GOLD MONK'S HOOD Aconitum anthora
Aconitum anthora, variously known as anthora, yellow monkshood, or healing wolfsbane, is a yellow flowering plant species of the genus Aconitum in the family Ranunculaceae.
Its native range is widespread, but mainly in European mountains, such as the Alps and the Carpathians, and the northern parts of Asia. Like all Aconitum species, it has great variability, due to isolation and hybridisation. Because of this polymorphism, A. anthora is included in the Aconitum vulparia group. It flowers from July to September.
Type: Hardy perennial
Height: 30", 75 cm
Location: Sun or part shade
Hardiness zones: 4-9
Germination: Requires cold stratification. See germination information below.
Note: This plant family is known to have toxicity. The ingestion of these seeds or this plant can cause serious illness or death. These seeds and plants should be handled with disposable gloves, as touching this plant or seeds can cause illness. Wear long sleeve clothing.
Seeds per pack: 5
Germination: As with many perennial seeds, these seeds require a period of moist cold to help them begin to grow. This is done by giving them a cold 'winter' period (artificial or natural), and then a warming to simulate 'spring', and time to grow! Here's how this can be done:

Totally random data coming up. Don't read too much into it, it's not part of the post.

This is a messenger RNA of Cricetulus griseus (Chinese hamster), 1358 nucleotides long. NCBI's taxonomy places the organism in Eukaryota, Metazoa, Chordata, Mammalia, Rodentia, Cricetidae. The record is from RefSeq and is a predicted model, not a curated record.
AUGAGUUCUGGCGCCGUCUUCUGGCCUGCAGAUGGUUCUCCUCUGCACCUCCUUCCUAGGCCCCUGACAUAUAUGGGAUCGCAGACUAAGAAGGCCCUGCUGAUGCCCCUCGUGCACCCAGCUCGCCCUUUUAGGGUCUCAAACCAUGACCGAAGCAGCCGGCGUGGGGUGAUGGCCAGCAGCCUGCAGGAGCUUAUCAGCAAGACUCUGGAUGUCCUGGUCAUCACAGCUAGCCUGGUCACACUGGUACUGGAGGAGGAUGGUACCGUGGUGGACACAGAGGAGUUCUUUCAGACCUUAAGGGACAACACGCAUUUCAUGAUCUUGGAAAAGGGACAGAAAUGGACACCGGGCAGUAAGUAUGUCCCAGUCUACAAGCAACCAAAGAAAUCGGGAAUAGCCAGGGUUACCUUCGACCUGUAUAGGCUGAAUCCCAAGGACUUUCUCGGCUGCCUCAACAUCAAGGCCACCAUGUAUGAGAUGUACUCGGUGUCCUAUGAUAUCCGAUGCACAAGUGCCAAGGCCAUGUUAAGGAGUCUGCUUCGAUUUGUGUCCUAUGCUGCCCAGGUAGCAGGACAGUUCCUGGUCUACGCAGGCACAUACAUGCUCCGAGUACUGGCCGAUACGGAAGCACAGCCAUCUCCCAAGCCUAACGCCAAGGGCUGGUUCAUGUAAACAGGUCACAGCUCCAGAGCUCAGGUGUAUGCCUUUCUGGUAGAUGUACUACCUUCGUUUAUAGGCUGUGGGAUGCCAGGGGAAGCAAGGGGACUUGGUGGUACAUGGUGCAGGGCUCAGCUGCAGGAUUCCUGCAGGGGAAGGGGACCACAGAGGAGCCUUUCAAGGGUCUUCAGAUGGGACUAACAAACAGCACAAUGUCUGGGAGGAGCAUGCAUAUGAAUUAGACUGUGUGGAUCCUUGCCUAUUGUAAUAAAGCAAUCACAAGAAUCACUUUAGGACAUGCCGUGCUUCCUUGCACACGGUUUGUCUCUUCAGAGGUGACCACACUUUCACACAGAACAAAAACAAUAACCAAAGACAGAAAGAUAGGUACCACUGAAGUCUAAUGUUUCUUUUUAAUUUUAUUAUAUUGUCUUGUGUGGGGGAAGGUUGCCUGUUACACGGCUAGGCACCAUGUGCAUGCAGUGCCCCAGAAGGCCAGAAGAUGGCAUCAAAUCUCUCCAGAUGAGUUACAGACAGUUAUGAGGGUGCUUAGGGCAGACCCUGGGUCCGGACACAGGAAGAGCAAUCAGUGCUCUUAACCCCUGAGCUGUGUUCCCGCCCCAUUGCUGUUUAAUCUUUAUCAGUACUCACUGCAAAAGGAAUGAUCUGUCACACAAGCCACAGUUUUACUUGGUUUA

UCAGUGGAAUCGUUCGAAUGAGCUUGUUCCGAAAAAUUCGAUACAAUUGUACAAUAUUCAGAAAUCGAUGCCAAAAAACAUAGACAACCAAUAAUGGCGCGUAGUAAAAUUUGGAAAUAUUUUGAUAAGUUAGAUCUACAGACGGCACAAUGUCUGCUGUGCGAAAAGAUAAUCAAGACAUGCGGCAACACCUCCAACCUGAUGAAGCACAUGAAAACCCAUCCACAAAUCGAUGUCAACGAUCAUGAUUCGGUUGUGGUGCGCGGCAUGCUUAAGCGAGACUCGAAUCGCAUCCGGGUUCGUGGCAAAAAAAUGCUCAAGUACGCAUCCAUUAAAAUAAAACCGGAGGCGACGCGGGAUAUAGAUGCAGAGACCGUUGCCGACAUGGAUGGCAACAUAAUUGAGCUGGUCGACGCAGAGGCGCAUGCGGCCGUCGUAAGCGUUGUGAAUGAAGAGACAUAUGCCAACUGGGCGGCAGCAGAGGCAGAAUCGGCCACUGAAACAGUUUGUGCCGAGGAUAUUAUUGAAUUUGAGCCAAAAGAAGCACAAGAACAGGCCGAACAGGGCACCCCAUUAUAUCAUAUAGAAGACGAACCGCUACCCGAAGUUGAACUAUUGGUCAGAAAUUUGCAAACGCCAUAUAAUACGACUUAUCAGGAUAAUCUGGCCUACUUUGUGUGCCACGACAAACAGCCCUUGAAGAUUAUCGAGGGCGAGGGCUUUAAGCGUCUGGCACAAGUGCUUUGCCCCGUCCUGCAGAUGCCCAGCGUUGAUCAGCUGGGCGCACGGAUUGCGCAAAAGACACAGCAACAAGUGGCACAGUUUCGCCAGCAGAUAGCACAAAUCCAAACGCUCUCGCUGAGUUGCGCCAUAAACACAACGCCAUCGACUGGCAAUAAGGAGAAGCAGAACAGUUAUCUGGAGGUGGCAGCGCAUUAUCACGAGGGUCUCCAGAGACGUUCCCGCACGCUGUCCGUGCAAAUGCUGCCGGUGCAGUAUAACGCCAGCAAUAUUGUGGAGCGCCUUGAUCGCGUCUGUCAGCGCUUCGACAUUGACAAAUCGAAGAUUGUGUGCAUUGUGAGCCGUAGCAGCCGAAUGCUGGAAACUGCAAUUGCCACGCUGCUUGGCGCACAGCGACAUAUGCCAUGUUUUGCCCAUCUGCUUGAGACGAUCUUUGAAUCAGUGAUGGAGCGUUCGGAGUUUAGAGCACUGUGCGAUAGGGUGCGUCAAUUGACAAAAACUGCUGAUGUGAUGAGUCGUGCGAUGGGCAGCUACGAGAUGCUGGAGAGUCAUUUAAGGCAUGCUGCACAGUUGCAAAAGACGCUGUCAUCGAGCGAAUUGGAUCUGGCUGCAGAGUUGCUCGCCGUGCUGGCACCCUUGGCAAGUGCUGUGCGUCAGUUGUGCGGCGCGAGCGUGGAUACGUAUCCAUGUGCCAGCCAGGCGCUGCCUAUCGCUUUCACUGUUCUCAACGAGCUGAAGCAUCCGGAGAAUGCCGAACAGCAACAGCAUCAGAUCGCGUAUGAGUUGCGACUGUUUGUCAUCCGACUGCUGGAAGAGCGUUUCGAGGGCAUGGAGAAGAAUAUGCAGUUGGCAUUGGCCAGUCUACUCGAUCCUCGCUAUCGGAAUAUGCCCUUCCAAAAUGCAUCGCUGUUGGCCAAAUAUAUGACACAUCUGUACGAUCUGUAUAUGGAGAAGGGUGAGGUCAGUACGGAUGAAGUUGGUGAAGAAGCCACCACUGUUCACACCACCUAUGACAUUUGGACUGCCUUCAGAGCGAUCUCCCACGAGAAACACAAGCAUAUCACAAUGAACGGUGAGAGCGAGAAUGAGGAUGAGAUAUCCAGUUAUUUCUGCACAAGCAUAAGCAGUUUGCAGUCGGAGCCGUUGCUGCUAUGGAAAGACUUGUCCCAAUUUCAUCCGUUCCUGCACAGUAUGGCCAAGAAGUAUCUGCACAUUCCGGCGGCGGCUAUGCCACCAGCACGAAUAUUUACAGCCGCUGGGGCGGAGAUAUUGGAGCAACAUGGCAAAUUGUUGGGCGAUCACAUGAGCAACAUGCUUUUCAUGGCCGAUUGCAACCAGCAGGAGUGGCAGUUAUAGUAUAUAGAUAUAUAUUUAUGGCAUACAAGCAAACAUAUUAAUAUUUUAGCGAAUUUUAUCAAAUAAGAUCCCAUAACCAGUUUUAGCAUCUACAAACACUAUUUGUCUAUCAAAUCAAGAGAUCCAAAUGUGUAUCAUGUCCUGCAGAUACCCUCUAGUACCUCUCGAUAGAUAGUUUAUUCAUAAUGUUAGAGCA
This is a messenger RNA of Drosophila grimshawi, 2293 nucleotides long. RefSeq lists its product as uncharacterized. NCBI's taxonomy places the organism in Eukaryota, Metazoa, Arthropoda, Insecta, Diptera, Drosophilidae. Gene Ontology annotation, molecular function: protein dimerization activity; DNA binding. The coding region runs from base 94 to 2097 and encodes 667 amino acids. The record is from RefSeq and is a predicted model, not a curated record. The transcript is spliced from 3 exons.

Obtain a planting container that has holes in the bottom for excess water to drain. Place the seeds just under the surface of your growing medium, and water. Place your container at room temperature for 2 weeks (they will not grow yet), and then place them in a clear plastic bag (to retain moisture), and in a refrigerator for 5-6 weeks. Once the cold period is completed, place the container back at room temperature for them to germinate. Be sure to keep the soil moist during this entire germination period. Seedlings will sprout several weeks after the warming period. They require some patience, but are well worth the effort!
These seeds can also be planted in a cold frame outdoors in very early spring, while the temperatures are still cold and fluctuating, as long as you are able to keep the soil consistently moist. They will still need several weeks to germinate.